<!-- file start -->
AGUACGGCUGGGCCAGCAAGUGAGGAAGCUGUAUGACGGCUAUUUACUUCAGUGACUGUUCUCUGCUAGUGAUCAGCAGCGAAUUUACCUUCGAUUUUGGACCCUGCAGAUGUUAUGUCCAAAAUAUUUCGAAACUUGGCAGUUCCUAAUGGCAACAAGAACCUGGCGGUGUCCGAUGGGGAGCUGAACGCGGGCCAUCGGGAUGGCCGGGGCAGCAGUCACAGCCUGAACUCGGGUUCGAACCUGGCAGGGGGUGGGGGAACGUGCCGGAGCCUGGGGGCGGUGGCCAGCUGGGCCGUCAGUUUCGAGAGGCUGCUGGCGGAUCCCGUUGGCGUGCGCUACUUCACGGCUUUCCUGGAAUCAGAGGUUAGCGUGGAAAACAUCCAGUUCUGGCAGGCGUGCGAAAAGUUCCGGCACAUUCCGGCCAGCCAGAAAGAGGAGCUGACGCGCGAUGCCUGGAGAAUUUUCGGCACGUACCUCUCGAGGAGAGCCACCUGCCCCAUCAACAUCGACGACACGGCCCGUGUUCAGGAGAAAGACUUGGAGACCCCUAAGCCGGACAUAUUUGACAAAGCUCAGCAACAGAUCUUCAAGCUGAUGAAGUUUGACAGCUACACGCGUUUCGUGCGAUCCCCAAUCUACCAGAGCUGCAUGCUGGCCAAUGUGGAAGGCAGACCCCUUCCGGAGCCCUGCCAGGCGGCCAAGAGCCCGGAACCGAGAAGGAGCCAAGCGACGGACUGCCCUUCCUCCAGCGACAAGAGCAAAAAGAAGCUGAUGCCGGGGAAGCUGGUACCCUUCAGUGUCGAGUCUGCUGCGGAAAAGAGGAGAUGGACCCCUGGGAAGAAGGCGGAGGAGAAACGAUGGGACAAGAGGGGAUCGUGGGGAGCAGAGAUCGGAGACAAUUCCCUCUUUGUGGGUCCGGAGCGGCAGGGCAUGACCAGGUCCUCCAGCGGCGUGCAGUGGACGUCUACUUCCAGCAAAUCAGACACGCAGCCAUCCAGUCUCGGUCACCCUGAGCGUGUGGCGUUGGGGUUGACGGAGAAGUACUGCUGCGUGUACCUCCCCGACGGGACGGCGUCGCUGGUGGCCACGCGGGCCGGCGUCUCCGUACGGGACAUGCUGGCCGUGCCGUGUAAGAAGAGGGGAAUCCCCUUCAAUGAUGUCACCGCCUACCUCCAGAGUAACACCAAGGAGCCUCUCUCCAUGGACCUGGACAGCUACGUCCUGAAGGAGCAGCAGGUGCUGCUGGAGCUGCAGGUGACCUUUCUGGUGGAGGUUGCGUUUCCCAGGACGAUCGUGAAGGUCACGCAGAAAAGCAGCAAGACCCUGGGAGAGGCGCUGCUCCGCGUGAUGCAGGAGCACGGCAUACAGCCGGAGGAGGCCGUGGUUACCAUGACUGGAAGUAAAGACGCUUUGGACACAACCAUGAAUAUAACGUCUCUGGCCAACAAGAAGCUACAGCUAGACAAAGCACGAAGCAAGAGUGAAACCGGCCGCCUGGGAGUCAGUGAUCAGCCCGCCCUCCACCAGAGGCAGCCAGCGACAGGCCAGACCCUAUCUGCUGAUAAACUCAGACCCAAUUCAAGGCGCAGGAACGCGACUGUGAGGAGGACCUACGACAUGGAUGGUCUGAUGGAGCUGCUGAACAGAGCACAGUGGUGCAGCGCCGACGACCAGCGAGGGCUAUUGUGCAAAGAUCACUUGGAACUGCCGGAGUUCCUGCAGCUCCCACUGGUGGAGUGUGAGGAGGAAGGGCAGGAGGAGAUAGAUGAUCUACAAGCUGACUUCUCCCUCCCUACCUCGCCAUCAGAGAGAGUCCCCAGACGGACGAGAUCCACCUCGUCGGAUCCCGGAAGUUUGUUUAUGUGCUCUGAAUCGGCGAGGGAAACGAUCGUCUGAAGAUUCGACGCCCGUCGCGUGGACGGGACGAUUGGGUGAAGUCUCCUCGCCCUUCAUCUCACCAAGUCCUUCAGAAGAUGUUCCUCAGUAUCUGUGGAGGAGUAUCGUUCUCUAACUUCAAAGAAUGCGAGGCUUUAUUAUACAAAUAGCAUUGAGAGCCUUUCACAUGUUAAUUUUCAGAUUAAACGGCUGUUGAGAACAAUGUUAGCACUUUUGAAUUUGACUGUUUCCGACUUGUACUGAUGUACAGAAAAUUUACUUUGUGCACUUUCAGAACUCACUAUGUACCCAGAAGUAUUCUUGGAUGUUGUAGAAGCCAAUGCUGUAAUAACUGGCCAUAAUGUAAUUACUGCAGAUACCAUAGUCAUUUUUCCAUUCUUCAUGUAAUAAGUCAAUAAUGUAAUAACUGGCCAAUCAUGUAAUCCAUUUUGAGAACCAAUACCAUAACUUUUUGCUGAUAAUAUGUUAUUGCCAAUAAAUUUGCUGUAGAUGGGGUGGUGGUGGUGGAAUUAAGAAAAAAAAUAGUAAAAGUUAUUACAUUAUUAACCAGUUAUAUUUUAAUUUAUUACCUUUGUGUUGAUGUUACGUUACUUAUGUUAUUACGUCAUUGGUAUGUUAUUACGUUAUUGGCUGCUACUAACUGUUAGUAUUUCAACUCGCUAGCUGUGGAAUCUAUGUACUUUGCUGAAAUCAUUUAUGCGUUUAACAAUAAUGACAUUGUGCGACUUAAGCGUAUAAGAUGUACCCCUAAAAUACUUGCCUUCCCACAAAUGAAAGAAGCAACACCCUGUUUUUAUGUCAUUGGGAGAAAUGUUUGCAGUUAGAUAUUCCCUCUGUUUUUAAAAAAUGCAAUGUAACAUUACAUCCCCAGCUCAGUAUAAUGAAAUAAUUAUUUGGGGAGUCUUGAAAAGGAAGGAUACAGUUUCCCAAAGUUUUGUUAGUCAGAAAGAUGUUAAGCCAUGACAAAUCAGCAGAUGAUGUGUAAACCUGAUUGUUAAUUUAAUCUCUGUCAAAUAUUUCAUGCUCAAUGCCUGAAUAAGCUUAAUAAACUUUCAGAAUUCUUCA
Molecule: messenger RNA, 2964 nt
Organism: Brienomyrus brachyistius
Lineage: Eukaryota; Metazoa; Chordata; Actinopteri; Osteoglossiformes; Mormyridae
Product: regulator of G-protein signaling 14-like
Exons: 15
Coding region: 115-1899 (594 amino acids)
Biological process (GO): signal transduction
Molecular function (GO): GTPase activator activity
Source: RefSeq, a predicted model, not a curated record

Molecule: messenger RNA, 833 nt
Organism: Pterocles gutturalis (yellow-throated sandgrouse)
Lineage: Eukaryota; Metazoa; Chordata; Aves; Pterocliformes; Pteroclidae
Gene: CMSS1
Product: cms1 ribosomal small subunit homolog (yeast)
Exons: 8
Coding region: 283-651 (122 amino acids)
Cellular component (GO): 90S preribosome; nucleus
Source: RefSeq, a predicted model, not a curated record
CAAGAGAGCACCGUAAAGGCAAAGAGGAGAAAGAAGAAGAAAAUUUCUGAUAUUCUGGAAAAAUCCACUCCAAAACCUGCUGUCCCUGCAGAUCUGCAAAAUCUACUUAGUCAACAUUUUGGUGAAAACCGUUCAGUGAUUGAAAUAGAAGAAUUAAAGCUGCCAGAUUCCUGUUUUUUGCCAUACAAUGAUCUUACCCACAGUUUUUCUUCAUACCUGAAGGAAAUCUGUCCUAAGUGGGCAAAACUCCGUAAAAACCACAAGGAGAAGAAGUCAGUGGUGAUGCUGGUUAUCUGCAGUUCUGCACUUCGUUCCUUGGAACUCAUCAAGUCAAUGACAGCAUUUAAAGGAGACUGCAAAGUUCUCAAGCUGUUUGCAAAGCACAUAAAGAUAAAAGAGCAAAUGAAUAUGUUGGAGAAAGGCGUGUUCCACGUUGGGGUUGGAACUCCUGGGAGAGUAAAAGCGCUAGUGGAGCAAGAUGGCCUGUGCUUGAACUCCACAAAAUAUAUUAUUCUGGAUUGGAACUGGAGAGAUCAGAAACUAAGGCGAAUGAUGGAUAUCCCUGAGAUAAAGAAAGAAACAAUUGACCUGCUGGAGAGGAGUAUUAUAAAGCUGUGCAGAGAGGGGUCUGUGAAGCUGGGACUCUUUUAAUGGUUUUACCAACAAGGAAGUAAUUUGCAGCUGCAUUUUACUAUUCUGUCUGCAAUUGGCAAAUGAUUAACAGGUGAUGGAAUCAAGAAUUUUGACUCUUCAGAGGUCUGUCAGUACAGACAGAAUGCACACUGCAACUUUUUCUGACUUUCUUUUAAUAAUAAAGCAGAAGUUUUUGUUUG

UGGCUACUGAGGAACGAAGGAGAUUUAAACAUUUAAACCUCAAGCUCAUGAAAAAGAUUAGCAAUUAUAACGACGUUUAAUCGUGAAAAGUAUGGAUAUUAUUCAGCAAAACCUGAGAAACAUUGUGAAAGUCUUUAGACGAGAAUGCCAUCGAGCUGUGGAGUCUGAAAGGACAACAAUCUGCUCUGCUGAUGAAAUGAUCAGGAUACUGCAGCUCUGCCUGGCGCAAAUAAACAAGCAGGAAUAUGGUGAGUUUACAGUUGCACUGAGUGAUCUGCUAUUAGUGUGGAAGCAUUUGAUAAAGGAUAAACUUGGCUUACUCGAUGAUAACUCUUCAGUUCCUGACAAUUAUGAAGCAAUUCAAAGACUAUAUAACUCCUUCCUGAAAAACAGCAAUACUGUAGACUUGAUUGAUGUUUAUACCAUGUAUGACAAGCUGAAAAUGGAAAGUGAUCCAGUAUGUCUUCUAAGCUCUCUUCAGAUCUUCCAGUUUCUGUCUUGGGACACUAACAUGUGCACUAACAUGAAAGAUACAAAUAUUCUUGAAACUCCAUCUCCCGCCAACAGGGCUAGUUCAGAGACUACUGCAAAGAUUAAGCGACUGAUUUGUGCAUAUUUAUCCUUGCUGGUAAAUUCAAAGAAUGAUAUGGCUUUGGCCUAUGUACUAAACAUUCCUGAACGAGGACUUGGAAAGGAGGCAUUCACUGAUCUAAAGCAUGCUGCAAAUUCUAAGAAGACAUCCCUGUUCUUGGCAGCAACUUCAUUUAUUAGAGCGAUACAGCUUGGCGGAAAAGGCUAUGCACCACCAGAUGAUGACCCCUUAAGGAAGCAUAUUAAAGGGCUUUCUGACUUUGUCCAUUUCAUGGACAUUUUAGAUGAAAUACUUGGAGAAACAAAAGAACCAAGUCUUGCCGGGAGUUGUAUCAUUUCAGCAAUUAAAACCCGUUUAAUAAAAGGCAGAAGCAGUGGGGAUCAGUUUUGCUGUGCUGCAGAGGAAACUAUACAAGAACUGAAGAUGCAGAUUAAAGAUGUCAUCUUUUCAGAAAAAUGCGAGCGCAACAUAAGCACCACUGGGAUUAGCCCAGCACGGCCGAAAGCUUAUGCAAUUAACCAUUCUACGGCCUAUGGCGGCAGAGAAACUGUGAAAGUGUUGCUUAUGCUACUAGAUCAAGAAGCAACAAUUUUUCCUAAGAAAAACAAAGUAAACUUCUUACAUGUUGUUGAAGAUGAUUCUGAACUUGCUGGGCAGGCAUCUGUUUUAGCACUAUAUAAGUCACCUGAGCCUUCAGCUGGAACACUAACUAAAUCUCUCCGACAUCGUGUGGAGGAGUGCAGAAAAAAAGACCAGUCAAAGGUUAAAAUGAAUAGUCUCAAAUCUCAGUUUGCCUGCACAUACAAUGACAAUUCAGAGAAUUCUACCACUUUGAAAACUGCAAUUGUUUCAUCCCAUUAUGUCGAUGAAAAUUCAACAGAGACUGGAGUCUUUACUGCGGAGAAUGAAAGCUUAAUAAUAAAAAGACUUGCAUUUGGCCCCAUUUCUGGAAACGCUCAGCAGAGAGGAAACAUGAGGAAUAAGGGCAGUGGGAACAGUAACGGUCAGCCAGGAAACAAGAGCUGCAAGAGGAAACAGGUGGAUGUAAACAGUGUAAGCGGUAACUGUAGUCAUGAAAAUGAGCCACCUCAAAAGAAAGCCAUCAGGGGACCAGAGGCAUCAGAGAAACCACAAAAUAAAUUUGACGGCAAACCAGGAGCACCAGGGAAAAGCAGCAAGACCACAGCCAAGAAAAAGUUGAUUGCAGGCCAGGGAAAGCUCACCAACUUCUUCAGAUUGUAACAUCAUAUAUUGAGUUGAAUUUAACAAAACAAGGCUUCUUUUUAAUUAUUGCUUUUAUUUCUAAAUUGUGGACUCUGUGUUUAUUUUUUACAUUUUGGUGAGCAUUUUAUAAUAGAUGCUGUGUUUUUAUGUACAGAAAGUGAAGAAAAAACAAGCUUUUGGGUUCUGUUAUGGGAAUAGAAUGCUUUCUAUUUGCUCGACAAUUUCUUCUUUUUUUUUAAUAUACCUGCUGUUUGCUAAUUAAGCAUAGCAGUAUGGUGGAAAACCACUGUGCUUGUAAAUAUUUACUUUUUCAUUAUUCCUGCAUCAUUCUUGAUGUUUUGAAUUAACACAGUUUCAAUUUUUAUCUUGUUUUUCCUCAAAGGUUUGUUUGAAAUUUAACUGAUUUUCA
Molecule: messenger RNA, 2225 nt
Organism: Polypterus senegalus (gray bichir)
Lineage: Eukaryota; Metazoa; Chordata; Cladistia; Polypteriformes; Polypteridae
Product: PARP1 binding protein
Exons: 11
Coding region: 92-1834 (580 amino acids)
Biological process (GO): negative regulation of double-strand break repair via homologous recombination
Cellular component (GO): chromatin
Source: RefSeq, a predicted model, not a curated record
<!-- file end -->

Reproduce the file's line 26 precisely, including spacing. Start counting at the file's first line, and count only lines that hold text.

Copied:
Exons: 11